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Among Americans with chronic illness, many often have to decide between buying food or buying medicine. That money crunch can incline people toward buying cheaper, unhealthier foods — which could just make them sicker.
Food stamps, on the other hand, can encourage chronically ill people to buy healthier foods and ultimately cut health care costs.
A new study, published in the Journal of the American Medical Association, quantifies those potential savings: It found that enrollment in SNAP — the food stamps program — can save about $1,400 a year on health costs per person.
“If you want to buy 100 calories, the cheapest way to do that is to buy soda and potato chips. It’s not to buy 100 calories worth of broccoli,” lead author Dr. Seth A. Berkowitz of Massachusetts General Hospital and Harvard Medical school said in a phone interview.
Dr. Berkowitz and his team gathered information from 4,447 low-income people who participated in two long-running surveys, the National Health Interview Survey and the Medical Expenditure Panel Survey. Over 40 percent were enrolled in SNAP.
The health effects of SNAP may go beyond food choices. The burdens of poverty and illness can weigh heavily, Berkowitz says, but SNAP might help mitigate these stressors and possibly help people better manage diseases.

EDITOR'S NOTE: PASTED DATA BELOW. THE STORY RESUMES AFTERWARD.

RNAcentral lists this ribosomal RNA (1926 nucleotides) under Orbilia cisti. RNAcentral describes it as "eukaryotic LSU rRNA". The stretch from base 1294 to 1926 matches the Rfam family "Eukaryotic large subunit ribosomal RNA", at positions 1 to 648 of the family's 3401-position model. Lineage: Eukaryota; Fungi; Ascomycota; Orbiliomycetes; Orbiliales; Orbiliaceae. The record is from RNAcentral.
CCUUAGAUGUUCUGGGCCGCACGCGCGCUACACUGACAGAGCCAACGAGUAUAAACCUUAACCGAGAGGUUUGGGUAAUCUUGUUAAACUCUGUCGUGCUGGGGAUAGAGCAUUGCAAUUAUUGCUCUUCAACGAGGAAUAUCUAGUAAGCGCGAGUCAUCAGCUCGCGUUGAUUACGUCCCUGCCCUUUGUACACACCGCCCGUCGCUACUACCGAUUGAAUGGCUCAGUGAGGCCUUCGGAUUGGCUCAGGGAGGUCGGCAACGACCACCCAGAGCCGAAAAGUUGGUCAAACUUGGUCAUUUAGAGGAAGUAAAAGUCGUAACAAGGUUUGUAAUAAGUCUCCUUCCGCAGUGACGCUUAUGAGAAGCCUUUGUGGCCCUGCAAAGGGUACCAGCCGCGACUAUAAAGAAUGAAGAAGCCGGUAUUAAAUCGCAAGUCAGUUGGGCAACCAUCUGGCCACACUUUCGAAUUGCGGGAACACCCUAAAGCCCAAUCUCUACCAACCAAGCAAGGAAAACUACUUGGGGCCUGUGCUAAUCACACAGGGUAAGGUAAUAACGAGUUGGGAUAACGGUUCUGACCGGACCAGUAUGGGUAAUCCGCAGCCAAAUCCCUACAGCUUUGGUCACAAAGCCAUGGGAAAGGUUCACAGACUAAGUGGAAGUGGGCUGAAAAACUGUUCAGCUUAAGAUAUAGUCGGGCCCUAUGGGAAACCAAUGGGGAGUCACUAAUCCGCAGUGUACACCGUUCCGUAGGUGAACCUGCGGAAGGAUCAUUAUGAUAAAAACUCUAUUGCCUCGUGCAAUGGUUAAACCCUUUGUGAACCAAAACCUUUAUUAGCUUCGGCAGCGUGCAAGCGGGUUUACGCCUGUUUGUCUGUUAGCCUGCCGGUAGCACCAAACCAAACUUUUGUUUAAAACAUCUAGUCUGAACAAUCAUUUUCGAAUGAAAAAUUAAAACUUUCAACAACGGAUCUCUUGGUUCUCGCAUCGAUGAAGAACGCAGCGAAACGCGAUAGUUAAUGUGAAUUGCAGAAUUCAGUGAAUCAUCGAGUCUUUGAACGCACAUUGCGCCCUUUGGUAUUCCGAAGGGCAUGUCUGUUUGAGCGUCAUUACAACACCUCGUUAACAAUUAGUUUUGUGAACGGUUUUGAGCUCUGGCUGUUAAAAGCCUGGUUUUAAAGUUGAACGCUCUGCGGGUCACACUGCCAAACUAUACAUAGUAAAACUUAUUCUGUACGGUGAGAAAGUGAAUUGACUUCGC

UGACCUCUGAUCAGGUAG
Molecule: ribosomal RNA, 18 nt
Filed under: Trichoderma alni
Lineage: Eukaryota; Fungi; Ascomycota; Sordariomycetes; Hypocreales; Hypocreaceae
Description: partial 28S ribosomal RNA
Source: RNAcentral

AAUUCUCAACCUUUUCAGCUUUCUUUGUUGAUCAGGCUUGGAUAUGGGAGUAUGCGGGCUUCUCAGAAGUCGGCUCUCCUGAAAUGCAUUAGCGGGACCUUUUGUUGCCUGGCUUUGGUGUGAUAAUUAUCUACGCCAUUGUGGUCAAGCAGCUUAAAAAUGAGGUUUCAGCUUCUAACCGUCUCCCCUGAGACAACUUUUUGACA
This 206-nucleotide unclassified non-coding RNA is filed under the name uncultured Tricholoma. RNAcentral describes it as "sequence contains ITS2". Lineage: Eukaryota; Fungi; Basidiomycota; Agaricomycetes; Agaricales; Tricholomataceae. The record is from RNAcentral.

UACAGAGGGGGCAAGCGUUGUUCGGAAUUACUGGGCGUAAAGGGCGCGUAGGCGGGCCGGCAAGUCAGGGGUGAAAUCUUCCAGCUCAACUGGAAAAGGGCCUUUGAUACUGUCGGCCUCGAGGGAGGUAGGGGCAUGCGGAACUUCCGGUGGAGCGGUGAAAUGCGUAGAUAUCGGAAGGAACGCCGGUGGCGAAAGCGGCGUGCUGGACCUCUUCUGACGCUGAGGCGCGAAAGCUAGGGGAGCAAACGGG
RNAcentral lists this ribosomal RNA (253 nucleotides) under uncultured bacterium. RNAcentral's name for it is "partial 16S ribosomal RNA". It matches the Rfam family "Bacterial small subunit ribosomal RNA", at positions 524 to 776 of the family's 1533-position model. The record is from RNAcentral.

“[Food insecurity] is associated with much more stress, higher levels of depression symptoms,” he says. “When people are under that amount of stress, managing diseases is very overwhelming and very hard to do. If you can stabilize the position that people are in, then people have a little extra bandwidth to attend to some of these other things.”
Berkowitz warned against cutting SNAP funds, because short-term savings could lead to long-term health-care costs. For example, he says, a patient who manages diabetes effectively on SNAP may manage it less effectively if they’re worried about their next meal. This could lead to serious complications, and costs, later on.
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